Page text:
Will Electric Vehicles Stall Oil Demand?

By David Byrns - March 14, 2018

The growing supply of electric vehicles as a portion of the global automotive fleet has some energy investors concerned. Will the rise of electric vehicles stall out oil markets and future crude demand? While some changes are to be expected, we have reasons to believe electric vehicles won’t significantly impair oil demand growth in the near future.

Driving Demand for Oil

Gasoline consumption accounts for roughly one in every four barrels of oil produced globally. As electric cars become more mainstream, industry pundits worry how fewer gas-dependent cars will affect future oil demand.

The exact penetration rate of electric vehicles is hard to pin down, as several variables such as technology, costs, gasoline prices and consumer behavior influence that number. Yet a quick examination of the math shows the impact is likely to be minimal.

For example, industry consultant Wood Mackenzie estimates that the electric vehicle fleet will grow to 100 million by 2035, representing approximately nine percent of total unit sales.

ESTIMATED ELECTRIC VEHICLE MARKET PENETRATION BY 2035

Source: Wood Mackenzie

At the same time, the global passenger fleet is expected to grow to nearly 2 billion units due to global population growth and increasing ownership rates in developing economies. Since the average car lasts ten years, it takes time for the total fleet penetration rates to catch up to sales penetration rates. Therefore, only about 5% of the total number of vehicles globally will be electric vehicles 2033.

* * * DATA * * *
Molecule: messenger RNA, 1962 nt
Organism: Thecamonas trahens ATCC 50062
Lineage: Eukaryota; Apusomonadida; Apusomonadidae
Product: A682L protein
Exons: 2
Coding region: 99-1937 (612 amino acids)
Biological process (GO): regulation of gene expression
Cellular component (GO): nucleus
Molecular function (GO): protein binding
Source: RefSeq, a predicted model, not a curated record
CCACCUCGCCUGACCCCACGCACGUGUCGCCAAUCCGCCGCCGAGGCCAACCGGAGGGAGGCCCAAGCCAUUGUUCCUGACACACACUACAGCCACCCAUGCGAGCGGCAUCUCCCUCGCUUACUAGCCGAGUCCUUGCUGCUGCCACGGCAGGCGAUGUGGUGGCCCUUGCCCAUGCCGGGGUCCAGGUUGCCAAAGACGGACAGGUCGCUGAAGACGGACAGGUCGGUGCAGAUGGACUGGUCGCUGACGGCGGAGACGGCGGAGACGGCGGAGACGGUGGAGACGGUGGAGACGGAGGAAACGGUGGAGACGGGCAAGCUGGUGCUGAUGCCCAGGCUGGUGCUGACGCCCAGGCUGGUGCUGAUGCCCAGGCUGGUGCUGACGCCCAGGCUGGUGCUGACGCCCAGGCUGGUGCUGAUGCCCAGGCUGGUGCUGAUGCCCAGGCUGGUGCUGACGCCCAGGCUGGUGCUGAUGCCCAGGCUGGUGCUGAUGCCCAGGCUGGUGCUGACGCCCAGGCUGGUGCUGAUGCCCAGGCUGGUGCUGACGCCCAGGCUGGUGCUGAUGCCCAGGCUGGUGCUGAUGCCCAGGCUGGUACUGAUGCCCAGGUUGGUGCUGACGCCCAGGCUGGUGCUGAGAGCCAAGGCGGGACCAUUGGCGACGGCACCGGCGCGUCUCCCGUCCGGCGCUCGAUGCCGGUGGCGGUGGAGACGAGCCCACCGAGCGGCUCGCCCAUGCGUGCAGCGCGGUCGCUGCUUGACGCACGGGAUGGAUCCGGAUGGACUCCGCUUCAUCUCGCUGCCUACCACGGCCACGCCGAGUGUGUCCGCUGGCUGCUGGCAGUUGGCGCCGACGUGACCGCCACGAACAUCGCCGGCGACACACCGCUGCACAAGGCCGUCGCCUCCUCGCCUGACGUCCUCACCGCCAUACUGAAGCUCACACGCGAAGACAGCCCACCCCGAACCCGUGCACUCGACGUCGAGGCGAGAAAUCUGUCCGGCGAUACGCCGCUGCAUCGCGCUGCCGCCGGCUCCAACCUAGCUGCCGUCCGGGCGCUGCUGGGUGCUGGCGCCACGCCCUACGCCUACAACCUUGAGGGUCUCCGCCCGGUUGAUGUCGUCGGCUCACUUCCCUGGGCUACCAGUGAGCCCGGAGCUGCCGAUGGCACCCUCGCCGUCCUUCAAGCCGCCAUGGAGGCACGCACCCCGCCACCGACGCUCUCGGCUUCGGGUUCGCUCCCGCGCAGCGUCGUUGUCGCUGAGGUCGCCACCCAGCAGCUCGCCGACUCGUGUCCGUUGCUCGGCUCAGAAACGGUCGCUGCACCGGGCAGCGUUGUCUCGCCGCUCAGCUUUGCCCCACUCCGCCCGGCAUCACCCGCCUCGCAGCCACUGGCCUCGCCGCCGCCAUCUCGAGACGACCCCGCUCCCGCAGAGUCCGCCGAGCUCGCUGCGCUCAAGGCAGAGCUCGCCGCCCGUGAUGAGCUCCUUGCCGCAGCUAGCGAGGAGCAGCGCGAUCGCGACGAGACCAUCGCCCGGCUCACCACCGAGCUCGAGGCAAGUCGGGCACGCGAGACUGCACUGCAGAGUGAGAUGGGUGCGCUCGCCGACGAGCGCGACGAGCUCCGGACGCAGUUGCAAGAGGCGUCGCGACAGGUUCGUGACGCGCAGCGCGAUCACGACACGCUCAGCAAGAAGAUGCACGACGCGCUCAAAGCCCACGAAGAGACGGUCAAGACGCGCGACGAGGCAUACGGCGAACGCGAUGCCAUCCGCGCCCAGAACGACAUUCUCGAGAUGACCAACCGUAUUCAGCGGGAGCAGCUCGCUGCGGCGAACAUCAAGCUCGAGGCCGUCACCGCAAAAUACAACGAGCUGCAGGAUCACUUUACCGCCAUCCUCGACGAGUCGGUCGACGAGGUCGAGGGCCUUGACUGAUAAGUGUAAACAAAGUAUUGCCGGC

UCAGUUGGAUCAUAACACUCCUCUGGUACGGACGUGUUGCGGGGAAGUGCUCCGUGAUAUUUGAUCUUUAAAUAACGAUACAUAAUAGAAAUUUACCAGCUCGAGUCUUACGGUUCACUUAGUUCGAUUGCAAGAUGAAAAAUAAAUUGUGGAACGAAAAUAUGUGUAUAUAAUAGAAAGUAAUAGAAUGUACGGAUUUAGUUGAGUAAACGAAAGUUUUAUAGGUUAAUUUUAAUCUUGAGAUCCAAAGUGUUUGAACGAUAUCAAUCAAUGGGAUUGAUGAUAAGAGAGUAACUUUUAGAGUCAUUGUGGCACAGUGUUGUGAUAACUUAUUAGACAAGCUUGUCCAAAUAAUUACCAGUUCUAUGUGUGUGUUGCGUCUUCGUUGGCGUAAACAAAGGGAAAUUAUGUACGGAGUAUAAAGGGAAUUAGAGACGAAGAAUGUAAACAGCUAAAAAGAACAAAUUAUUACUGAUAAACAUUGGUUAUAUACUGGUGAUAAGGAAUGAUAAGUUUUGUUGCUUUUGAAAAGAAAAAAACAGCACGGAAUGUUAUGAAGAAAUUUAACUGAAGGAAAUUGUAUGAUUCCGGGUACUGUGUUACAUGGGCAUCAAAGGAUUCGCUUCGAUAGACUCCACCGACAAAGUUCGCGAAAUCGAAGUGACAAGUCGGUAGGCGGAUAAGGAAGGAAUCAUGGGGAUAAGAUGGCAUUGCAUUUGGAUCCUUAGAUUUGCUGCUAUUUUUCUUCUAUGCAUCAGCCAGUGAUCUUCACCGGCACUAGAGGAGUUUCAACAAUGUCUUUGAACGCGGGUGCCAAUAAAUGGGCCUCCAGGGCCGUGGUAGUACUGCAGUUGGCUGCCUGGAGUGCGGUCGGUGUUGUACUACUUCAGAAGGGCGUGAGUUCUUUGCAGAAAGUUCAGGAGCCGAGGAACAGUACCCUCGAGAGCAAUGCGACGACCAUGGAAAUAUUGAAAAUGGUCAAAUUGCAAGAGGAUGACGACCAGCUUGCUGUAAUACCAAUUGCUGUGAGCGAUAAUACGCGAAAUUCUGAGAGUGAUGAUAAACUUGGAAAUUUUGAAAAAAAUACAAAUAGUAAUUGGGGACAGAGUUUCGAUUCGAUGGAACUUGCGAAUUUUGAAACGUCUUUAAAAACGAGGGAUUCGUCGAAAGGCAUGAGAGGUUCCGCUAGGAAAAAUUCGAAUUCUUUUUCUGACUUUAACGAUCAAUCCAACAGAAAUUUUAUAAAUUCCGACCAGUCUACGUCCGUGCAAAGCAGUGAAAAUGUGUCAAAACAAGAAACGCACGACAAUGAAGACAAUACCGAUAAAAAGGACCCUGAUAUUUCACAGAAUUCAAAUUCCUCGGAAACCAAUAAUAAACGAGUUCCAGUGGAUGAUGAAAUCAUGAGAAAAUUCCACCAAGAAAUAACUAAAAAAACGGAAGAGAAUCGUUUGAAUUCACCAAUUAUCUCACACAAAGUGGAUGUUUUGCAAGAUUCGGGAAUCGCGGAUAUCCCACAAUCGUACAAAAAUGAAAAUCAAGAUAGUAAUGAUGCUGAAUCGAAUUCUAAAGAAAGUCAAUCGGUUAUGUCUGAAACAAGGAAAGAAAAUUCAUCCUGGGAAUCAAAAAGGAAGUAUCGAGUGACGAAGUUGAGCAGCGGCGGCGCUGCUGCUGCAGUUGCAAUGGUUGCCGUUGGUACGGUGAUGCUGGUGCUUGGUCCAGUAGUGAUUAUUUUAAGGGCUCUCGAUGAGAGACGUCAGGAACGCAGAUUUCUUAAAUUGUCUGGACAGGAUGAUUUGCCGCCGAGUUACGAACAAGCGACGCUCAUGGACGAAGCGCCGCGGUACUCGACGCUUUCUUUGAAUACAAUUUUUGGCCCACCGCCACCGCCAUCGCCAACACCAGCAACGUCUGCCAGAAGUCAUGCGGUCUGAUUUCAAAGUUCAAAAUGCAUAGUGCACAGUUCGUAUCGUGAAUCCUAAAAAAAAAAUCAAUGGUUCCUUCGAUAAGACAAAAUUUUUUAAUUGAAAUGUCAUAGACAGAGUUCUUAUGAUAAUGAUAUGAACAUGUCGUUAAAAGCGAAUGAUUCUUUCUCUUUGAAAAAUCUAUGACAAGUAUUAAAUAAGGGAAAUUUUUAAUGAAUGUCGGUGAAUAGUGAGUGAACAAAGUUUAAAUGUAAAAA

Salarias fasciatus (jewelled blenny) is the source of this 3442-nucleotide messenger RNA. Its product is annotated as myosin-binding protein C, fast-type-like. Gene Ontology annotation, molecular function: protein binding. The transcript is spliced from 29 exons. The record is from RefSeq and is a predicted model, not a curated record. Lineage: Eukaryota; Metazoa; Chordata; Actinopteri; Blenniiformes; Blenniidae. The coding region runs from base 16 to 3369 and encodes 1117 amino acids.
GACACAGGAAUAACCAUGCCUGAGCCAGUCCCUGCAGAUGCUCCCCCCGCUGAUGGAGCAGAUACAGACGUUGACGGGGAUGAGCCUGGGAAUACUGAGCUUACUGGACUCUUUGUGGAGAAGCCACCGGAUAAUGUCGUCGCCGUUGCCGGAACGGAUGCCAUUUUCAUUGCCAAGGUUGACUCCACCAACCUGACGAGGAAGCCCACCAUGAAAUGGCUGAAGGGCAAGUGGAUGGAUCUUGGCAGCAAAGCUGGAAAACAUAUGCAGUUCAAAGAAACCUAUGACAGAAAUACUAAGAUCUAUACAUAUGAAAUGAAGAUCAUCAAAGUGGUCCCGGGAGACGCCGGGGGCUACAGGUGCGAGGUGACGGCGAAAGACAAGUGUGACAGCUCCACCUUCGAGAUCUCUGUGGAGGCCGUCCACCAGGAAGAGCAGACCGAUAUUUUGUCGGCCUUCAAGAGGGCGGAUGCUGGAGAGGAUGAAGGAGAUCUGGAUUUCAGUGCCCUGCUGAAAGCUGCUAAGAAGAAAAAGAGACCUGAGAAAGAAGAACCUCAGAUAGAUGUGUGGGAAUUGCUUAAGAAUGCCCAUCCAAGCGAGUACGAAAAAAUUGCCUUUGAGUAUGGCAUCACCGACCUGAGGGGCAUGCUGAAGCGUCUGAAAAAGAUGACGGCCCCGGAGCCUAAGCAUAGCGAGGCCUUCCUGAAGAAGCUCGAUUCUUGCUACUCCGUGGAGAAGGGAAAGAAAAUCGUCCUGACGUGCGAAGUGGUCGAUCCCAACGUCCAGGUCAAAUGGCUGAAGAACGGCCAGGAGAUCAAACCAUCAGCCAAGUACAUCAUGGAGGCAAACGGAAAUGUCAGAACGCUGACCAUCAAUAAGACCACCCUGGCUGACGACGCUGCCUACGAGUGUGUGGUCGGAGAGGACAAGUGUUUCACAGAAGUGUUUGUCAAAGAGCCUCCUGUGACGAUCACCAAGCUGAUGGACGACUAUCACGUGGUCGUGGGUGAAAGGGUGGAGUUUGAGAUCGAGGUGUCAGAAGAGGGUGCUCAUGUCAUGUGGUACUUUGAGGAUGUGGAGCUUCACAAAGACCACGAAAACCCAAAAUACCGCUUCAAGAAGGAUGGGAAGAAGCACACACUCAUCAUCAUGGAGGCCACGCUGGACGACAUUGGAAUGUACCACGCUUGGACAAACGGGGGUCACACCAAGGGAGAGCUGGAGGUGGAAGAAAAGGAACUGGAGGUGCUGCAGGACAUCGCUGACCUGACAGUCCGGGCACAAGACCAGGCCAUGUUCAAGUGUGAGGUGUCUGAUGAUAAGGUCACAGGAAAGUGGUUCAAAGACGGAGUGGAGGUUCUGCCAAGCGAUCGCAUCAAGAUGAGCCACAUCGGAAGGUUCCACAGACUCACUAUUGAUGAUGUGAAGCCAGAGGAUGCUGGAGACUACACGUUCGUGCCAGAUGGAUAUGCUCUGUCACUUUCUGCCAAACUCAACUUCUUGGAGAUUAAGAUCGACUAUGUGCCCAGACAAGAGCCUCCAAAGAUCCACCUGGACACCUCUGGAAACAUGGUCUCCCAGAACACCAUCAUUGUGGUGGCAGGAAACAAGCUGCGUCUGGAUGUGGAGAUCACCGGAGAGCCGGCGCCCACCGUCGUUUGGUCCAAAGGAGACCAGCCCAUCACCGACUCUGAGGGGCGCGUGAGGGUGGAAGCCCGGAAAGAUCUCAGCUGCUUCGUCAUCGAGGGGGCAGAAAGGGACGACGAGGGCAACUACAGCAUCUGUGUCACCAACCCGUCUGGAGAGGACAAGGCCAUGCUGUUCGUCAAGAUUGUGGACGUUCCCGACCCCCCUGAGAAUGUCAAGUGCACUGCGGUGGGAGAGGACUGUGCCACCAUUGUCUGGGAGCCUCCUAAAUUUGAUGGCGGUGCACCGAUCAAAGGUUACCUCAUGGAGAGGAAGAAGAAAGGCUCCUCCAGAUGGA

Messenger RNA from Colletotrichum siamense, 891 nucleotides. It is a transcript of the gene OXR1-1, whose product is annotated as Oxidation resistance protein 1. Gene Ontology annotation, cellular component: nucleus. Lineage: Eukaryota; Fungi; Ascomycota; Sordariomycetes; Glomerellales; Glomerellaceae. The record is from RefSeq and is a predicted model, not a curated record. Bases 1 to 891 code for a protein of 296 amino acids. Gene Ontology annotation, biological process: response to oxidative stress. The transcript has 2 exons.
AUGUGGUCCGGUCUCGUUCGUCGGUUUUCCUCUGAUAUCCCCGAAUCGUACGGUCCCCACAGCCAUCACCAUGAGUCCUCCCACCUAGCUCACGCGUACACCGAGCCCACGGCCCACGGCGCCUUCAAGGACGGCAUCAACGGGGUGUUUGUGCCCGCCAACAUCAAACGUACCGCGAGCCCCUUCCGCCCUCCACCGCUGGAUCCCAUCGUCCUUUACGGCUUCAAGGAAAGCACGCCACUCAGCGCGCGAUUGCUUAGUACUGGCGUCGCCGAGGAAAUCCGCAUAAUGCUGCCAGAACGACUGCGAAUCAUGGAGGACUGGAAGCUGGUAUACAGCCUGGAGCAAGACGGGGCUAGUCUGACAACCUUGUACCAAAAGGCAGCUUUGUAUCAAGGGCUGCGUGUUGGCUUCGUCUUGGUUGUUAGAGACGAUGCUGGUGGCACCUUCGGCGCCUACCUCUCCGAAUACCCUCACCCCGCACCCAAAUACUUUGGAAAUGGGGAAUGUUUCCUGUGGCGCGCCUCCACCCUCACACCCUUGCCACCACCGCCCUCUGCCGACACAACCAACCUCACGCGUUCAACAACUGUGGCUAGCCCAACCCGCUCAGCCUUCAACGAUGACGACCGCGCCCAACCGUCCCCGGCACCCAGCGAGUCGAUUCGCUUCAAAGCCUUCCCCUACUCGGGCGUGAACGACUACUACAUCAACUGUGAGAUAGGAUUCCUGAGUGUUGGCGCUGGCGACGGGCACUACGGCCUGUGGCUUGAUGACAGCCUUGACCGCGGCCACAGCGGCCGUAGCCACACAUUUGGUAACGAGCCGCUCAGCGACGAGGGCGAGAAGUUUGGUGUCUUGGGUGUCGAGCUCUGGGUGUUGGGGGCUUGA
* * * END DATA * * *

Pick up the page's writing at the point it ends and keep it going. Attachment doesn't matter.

At five percent of the market, electric vehicles may displace an equivalent of 1.25 million barrels per day (mmb/d) of oil demand that would have been used for gasoline-powered transportation. While this seems like a big number, it helps to put it in context. Oil demand is currently 97 mmb/d and typically grows one to two percent annually due to global economic growth, which inherently consumes energy.  Therefore, putting electric vehicles aside, the cumulative growth in oil demand would be 25 mmb/d by 2035. Thus, the 1.25 mmb/d impact to demand from electric vehicles is more than offset by future oil demand growth that’s typically associated with economic growth.

We will continue to diligently monitor the risk that electric vehicles present to oil demand growth and, by association, oil price norms. Currently, however, we view any weakness in energy equities associated with such concerns to be a potential buying opportunity.

David Byrns
David Byrns
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